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Breast cancer is diagnosed in 33,000 women in the UK each year; of these, an unusually high proportion had an abortion before eventually starting a family. Such women are up to four times more likely to develop breast cancer.

A report by the Royal Statistical Society shows that a termination of pregnancy interrupts the cellular changes that occur in the breast during pregnancy. Once the woman has had children, the effect is less because the cellular changes have been completed.

Breast cancer becomes more common with advancing years — 75 per cent of these cases occur in post-menopausal women, which emphasises the importance of continuing with routine mamm-ography after the age of 65, and the need to remain vigilant by checking the breasts regularly. The outlook for women who develop breast cancer and who have had their breasts screened frequently by mammography is exceptionally good.

The NHS now provides this service for older women, though they may have to apply for it.

The introduction of tamoxifen in the treatment of breast cancer in those women who are oestrogen-receptor positive, and whose tumours are therefore influenced by hormone levels, has revolutionised the treatment of breast cancer. Four out of ten such cancers are receptor positive before the menopause, six out of ten after.

Recently drugs have been introduced that may be suitable for treating patients who have become tamoxifen-resistant — this is called second-line treatment. These drugs, known as the aromatase inhibitors, are anastrozole (Arimidex), vorozole (Rivizor) and letrozole (Femara); each has been shown to be superior to those formerly used in second-line treatment.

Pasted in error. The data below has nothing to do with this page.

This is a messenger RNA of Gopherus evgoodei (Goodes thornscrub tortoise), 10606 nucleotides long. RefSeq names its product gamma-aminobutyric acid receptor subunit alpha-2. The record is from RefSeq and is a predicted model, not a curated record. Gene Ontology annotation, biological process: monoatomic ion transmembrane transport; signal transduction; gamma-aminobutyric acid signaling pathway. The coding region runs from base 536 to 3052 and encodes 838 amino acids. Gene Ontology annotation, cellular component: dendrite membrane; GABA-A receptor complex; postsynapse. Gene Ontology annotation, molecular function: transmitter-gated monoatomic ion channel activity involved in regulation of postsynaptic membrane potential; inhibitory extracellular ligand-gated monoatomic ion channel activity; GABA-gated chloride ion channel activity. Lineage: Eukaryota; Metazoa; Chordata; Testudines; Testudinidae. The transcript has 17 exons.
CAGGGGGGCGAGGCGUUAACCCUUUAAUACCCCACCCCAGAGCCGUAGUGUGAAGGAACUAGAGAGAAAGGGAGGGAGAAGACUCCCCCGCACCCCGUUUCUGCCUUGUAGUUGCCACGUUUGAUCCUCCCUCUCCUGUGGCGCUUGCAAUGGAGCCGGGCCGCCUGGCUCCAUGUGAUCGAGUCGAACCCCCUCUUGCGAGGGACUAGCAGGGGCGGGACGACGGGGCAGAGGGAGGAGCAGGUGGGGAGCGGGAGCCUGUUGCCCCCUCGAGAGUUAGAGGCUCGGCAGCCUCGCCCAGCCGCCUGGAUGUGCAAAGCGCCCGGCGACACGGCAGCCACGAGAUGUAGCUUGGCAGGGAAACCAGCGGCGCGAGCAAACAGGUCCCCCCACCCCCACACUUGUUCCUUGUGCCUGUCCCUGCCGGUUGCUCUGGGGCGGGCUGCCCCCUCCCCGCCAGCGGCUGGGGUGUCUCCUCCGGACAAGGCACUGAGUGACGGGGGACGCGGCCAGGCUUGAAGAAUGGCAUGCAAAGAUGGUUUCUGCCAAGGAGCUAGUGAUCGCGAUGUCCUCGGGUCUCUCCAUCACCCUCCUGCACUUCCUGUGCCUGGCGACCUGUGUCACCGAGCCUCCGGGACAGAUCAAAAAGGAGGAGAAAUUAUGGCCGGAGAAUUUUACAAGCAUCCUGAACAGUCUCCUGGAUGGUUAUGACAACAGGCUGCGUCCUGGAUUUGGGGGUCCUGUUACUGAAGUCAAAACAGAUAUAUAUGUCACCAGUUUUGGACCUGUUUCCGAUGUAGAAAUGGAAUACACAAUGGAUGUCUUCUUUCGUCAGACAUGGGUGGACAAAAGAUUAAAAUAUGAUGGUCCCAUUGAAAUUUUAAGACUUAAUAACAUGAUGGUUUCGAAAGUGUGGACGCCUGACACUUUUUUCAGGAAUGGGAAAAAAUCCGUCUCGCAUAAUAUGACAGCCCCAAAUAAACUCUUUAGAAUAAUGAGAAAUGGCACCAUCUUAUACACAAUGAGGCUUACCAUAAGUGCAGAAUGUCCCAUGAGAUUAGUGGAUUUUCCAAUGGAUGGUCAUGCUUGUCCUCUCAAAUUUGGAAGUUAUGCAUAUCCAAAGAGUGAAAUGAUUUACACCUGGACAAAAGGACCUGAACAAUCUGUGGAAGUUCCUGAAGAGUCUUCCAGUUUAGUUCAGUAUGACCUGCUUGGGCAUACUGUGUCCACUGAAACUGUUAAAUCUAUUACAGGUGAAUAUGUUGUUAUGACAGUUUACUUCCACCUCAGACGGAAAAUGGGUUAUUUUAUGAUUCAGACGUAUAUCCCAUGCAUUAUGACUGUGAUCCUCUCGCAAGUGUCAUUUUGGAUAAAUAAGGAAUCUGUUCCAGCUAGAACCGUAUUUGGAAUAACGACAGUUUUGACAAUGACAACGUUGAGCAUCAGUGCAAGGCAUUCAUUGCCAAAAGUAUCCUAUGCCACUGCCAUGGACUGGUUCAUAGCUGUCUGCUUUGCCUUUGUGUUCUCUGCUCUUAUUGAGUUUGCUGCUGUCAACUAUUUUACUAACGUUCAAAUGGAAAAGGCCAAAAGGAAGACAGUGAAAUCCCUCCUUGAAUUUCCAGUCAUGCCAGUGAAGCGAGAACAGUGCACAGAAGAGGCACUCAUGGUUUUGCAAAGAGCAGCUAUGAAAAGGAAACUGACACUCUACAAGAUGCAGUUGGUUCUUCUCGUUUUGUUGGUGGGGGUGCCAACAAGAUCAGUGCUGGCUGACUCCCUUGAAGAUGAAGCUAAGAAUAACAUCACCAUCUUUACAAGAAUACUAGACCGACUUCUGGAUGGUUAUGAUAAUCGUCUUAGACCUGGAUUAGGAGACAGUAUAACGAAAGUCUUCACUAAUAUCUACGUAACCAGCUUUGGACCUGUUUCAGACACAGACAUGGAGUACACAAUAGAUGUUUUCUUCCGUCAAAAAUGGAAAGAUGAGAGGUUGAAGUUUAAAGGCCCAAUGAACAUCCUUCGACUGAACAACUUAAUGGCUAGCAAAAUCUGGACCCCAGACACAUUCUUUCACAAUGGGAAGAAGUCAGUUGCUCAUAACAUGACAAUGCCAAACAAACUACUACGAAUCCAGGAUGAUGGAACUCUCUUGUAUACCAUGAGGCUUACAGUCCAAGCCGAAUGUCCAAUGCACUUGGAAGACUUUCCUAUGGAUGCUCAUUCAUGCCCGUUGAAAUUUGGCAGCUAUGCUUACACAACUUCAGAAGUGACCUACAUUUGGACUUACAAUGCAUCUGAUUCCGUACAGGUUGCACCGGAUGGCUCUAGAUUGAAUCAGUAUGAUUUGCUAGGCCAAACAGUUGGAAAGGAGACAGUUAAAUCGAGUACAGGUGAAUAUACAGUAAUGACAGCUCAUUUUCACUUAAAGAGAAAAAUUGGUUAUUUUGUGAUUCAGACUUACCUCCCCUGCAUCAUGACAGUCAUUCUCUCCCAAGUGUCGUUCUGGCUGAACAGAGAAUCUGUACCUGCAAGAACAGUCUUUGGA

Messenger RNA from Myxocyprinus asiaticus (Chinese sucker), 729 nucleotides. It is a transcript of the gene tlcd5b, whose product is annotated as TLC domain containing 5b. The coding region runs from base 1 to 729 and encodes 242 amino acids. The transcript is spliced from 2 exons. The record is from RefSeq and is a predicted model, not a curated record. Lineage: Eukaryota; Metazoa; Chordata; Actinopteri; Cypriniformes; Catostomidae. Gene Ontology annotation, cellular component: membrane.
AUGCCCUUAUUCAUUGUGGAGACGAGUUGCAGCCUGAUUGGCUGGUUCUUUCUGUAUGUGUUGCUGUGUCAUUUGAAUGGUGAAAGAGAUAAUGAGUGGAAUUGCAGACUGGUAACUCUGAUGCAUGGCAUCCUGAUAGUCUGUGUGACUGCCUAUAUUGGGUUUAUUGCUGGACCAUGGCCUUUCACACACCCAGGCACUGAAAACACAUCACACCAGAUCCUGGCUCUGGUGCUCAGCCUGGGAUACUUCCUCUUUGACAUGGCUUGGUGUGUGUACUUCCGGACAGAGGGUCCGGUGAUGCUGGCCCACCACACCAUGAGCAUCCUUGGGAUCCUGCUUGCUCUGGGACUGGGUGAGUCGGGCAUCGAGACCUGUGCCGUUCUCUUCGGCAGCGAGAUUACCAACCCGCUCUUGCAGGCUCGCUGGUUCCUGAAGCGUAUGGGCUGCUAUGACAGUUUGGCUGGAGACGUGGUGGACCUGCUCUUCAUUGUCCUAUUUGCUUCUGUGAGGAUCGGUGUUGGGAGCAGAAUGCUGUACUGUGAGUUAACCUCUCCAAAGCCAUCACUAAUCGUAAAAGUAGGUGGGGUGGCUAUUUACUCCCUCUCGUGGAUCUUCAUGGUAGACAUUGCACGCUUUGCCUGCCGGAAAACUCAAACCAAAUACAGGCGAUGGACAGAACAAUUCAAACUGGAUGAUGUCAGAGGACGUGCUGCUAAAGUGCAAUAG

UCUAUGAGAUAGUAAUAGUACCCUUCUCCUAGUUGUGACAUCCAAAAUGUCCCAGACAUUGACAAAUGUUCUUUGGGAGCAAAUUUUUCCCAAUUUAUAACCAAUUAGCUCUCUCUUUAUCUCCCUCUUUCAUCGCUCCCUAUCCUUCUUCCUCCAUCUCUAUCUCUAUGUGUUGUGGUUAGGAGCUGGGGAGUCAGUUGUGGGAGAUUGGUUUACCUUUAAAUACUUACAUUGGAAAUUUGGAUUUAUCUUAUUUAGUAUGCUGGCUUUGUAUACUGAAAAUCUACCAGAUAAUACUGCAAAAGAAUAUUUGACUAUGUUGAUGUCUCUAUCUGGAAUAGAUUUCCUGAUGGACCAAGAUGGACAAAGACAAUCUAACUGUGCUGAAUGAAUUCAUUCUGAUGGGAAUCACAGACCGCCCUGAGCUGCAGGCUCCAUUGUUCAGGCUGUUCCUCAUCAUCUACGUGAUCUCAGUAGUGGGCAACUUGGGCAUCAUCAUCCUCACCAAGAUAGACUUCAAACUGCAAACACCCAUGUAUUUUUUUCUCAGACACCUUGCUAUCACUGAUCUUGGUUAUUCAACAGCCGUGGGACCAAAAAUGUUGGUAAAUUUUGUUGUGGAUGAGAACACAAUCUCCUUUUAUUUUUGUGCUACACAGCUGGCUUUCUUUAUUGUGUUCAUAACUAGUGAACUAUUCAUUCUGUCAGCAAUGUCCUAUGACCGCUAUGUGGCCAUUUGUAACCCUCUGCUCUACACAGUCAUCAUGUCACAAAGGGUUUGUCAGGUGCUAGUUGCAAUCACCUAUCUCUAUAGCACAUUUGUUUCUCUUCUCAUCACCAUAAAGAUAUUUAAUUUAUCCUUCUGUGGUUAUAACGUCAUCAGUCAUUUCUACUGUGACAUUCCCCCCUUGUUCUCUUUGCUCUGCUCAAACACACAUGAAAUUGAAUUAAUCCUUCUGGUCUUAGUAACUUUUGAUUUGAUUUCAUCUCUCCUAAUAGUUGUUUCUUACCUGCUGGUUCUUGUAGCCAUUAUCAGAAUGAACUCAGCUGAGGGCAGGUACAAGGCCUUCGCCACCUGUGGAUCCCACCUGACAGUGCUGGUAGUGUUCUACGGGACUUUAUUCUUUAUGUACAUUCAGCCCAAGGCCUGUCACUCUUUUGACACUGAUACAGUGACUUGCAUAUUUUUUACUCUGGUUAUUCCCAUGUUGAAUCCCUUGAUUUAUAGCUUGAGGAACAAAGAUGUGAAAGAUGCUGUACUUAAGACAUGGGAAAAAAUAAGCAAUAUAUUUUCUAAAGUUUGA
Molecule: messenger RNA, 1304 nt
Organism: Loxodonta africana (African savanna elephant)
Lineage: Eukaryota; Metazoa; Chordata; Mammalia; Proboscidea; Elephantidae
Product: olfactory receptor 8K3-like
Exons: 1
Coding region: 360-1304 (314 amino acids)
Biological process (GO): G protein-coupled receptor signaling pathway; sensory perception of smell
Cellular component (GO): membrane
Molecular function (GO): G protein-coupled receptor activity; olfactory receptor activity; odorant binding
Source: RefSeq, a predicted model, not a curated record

These drugs challenge some assumptions made about the treatment of breast cancer when the earlier drugs were the only ones available.

In so far as Arimidex, Rivizor and Femara are concerned, there seems to be little to choose between them as a second-line treatments. There are minor advantages and disadvantages to each, but a report in the Annals of Oncology suggests that the differences were such that it may be that they were no more than a reflection on the way in which the trials were designed, or of the patients who were recruited for the trials.

Femara has been granted a licence for first-line treatment and pre-operative use in post-menopausal women to shrink their breast tumours before surgery. Its use increases the likelihood of patients being assessed as suitable to undergo breast-conserving surgery as opposed to a mastectomy. Femara is also useful as an initial form of treatment in advanced breast cancer and has been shown to be superior to tamoxifen in such cases.



Member Organisation, World Council for Life and Family

NGO in Special Consultative Status with ECOSOC of the UN